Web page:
Does fundraising training focus too much on the ask?

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Greg Warner is CEO and Founder of MarketSmart, a revolutionary marketing software and services firm that helps nonprofits raise more for less. In 2012 Greg coined the phrase “Engagement Fundraising” to encapsulate his breakthrough fundraising formula for achieving extraordinary results. Using their own innovative strategies and technologies, MarketSmart helps fundraisers around the world zero in on the donors most ready to support their organizations and institutions with major and legacy gifts.

Often I find that major gift (and legacy gift) fundraising education, training, and advice places too much emphasis on ‘the ask’.
Yet, in many ways, the ask is the smallest part of most fundraiser’s jobs. For instance, I bet most of your time is probably spent doing so much besides asking. And, frankly, I think most of the decision has already been made by your donors well before you pop the question. So shouldn’t most education, training and advice focus on the rest of the process instead?
Think of it this way.
When you first met your significant other, were you thinking mostly about how you’d ask them to get married? Of course not. Real relationships don’t work that way.
Instead, you probably focused heavily on building a relationship. I bet you first focused on inviting them to engage with you so both of you could determine if there was a fit. Then, as the relationship grew and both of you realized you had things in common (and could exchange value with one another in ways that benefited both of you), you began to feel good and satisfied. Then, only later did you decide to think about how you were going to pop the question, right?
Wouldn’t you have felt silly focusing on how you were going to pop the question all the while?
Of course, that was because you knew that the real hard work had to happen before that point. Then, popping the question became the next natural stage in the organic nature of the relationship. Right?
Fundraising works the same way.
Therefore, I think most of your time (and training) should be focused on the relationship-building parts of the process.  It should focus on exploration and discovery, questions and answers… not asking. But how much time have you invested in testing which questions to ask, why, how and when?
If you’ve spent more time training on the ask, I think you might want to reconsider.
What do you think?

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8 responses to “Does fundraising training focus too much on the ask?”

  1. Andrew Olsen says:

    You’re right. The ask is a necessary and critical element of success, but if done right, it should be a very small part of the overall relationship and process.

  2. This is one reason why Penn State’s online courses in our Certificate Program in Fundraising Leadership focus on everything from what donors want to how they think to how to build relationships to stewardship. Students learn about the cycle of giving, of which the ask is only one portion.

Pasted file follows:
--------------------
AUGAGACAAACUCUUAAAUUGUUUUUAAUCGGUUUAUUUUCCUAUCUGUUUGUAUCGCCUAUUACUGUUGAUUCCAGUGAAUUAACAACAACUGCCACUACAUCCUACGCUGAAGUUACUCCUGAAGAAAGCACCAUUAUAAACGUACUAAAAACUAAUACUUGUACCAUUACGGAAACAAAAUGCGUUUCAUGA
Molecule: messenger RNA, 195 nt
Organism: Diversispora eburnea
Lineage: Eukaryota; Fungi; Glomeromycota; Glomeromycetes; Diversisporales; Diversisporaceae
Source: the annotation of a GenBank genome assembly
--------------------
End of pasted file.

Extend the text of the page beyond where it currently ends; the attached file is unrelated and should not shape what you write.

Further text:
I would concur that if a relationship is properly cultivated and gifts appropriately stewarded that donors are often ready for an ask. In fact I have had some donors ask us before we asked them. Why? Because they became so excited and invested in the success of students who might receive scholarship or in providing relief to a person who would benefit from the healing waters of a therapy pool.

  3. Claire Axelrad says:

    Yes! When I work with boards around “how to” I focus on inspiring them and reframing the ask as storytelling. It’s much easier to tell a story and share our passion than to do something everyone considers a “necessary evil.” 🙂

  4. Jenny says:

    I agree that the ask is only a small portion of a major donor relationship. However I think this idea leads most people to believe that they have to spend months/years cultivating a relationship with someone BEFORE they can ask, which goes directly against what I’ve personally experienced. When an ask is done right, it can happen without a relationship, but from there it’s important to cultivate the relationship if you want longevity in the giving relationship.

    • Greg Warner says:

      Thanks for commenting Jenny.
      I’m not sure why you felt this concept leads people to believe they have to spend months/years cultivating relationships. That’s not what the article is about. Rather, it’s about the fact that lots of training focusses too much on the ask (in my opinion) and not enough on cultivation.
      If you’ve had a lot of success asking first before building a relationship and you believe that focusing more training on cultivation is not worthwhile, I’d be interested to know why. I have to admit, I’m surprised that’s how you raise money most of the time. I’d be interested in hearing how you do ‘an ask done right’ ….without a relationship. And, how successful is that kind of ask compared to ones made after a relationship has been built. I’d also be interested in seeing any metrics or studies you’ve seen on this.

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